King Abdullah is nearly 90 and ailing. Crown Prince Salman is 76. The royal family can continue to pass the monarchy to remaining brothers and half-brothers, but even the youngest of those is already in his late 60s. None is likely to have the acumen and energy — or even the time — to usher in an era of reform to solve the kingdom’s mounting problems: poor education, high unemployment, a corrupt bureaucracy, a sclerotic economy and an increasingly young and frustrated society. These domestic challenges are compounded by external ones including Middle East turmoil, the nuclear ambition of the radical regime in Iran and a fraying alliance with the United States.
The three historic pillars of Saudi stability are cracking. Massive oil revenue, which has bought public passivity, is threatened by peaked production and sharply increased domestic energy consumption. A supportive Wahhabi Islamic establishment that bestowed legitimacy on the House of Saud is increasingly fractious and is losing public credibility. And now, the royal family is in danger of division as it is forced to confront generational succession.
Whether by the choice of the royal family sooner, or by the will of Allah a bit later, the crown is going to pass to the new generation. This entails risk as well as opportunity.
The opportunity is obvious. In theory at least, a new-generation royal — educated, more open-minded and above all more energetic — could begin to tackle the country’s manifold problems by relaxing political and economic controls and by providing more efficient and accountable government to relieve the frustrations of a sullen populace.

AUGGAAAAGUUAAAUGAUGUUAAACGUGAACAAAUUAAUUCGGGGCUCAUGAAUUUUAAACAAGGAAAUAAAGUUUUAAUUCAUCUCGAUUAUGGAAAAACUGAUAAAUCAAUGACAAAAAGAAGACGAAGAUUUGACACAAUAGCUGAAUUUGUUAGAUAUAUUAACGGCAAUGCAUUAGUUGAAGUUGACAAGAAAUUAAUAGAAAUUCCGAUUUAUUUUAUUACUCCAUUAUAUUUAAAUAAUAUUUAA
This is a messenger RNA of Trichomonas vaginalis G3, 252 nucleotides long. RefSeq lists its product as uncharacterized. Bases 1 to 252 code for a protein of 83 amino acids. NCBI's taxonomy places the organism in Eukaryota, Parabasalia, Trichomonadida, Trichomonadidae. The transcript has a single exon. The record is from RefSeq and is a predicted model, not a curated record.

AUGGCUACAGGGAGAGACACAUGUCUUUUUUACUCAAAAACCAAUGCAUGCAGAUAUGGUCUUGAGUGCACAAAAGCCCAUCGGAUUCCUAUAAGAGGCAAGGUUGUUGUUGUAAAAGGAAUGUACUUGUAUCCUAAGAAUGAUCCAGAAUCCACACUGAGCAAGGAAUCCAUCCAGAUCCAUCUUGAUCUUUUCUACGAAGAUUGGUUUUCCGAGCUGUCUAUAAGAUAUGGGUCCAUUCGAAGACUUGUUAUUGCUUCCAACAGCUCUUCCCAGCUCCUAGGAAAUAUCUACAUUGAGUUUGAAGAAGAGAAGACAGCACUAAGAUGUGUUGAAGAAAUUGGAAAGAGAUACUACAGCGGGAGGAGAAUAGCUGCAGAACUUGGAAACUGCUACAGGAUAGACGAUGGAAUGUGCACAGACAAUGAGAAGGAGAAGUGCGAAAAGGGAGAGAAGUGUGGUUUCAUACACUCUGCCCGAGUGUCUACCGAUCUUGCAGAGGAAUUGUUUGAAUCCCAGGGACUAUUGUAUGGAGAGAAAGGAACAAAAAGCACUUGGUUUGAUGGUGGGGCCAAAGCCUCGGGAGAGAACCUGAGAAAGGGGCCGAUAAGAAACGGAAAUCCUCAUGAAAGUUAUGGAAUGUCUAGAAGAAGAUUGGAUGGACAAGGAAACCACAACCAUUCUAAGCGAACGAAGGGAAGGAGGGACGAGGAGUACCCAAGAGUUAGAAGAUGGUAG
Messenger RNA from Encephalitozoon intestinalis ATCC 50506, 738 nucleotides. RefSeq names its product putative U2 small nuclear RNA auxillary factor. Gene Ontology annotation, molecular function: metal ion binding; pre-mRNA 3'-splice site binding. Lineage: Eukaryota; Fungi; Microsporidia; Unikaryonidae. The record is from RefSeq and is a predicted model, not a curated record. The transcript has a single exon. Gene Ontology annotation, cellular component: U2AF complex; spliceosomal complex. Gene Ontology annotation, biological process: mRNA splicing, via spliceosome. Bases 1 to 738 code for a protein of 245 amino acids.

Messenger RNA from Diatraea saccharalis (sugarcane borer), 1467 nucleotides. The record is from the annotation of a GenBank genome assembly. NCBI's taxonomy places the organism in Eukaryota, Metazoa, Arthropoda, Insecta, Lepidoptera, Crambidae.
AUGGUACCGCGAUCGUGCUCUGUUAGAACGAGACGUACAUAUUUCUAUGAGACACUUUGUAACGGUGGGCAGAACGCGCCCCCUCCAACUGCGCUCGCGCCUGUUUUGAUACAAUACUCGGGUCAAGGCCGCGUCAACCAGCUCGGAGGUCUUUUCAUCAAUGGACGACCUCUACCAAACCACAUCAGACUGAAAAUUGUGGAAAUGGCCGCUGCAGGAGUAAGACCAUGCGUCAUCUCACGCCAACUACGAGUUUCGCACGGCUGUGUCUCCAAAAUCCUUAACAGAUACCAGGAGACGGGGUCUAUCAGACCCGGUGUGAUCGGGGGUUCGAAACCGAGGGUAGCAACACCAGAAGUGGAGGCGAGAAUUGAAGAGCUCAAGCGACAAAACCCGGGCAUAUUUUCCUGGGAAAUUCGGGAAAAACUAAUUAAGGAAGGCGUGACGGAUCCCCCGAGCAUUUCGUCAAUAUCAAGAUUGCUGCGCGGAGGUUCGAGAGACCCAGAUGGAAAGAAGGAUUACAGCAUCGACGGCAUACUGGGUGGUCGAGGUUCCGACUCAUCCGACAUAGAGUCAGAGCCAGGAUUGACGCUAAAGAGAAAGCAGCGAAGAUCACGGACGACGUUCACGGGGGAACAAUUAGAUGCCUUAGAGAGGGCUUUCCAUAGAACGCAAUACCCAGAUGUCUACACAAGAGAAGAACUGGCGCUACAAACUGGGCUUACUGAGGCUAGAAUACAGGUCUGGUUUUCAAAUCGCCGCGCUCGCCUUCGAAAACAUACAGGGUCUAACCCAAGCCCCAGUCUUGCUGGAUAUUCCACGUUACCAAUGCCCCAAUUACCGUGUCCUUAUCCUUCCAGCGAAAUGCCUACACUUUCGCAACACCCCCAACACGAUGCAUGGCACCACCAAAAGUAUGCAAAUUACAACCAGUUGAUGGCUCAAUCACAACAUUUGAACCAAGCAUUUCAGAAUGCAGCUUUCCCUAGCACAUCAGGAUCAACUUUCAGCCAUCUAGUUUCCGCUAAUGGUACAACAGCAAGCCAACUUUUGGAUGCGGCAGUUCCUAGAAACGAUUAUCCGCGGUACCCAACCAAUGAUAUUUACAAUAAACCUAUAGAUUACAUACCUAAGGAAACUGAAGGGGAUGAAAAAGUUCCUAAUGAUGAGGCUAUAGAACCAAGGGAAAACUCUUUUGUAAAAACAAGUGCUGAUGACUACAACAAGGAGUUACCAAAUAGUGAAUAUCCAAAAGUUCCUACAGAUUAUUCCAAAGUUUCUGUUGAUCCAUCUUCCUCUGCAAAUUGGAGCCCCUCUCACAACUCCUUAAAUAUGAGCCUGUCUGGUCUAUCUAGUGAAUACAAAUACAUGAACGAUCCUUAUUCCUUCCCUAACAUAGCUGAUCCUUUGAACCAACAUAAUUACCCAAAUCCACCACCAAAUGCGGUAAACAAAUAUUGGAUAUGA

Given the stakes involved, however, the risk is that the diffuse and divided royal family will dither or, worse yet, splinter. The issue is not merely which new prince would wear the crown, but the fear among the royals that his branch of the family would pass it on to its sons and grandsons in perpetuity, precluding other branches from ever ruling again.
For nearly 60 years, the crown has passed by family consensus from one brother to the next, occasionally skipping one deemed incapable or unsuitable for leadership, but otherwise following the tradition of seniority. Whoever reigned might favor his sons with particularly plum jobs, but he understood that the crown would go next not to his sons but to his brothers. It is a system unlike that of any other monarchy. But in a kingdom where princes often marry multiple wives and thus produce dozens of progeny each — now adding up to nearly 7,000 princes — it is a system that has largely worked.
Given the royal family’s aversion to risk, perpetuation of the status quo — several more aged and infirm brothers ascending to the throne — is the most likely choice of senior Saud royals. But what may seem safe to them is dangerous for the country. Saudi Arabia these days is all too reminiscent of the dying decade of the Soviet Union, during which one decrepit leader succeeded another, from Leonid Brezhnev to Yuri Andropov to Konstantin Chernenko, before a younger and more open-minded Mikhail Gorbachev arrived too late to save a stagnant society and economy. As President Ronald Reagan famously said of those old Soviet leaders, and as the next U.S. president may say of the Saudis, “They keep dying on me.”
In Saudi Arabia, there are some potential Gorbachevs — or better — among the grandsons of the founder. Ten of the 13provincial governors are grandsons, all with administrative experience, some with genuine talent and almost all sons of kings. Similarly, there are grandsons holding prominent positions in some key Saudi ministries. A short list of third-generation princes who could be king includes Khalid al-Faisal, governor of Mecca and son of the respected late King Faisal; Muhammad bin Fahd, governor of the oil-producing Eastern Province and son of the late King Fahd; Khalid bin Sultan, deputy minister of defense and son of the late Crown Prince Sultan; and Muhammad bin Nayef, deputy minister of interior for security and son of the late Crown Prince Nayef.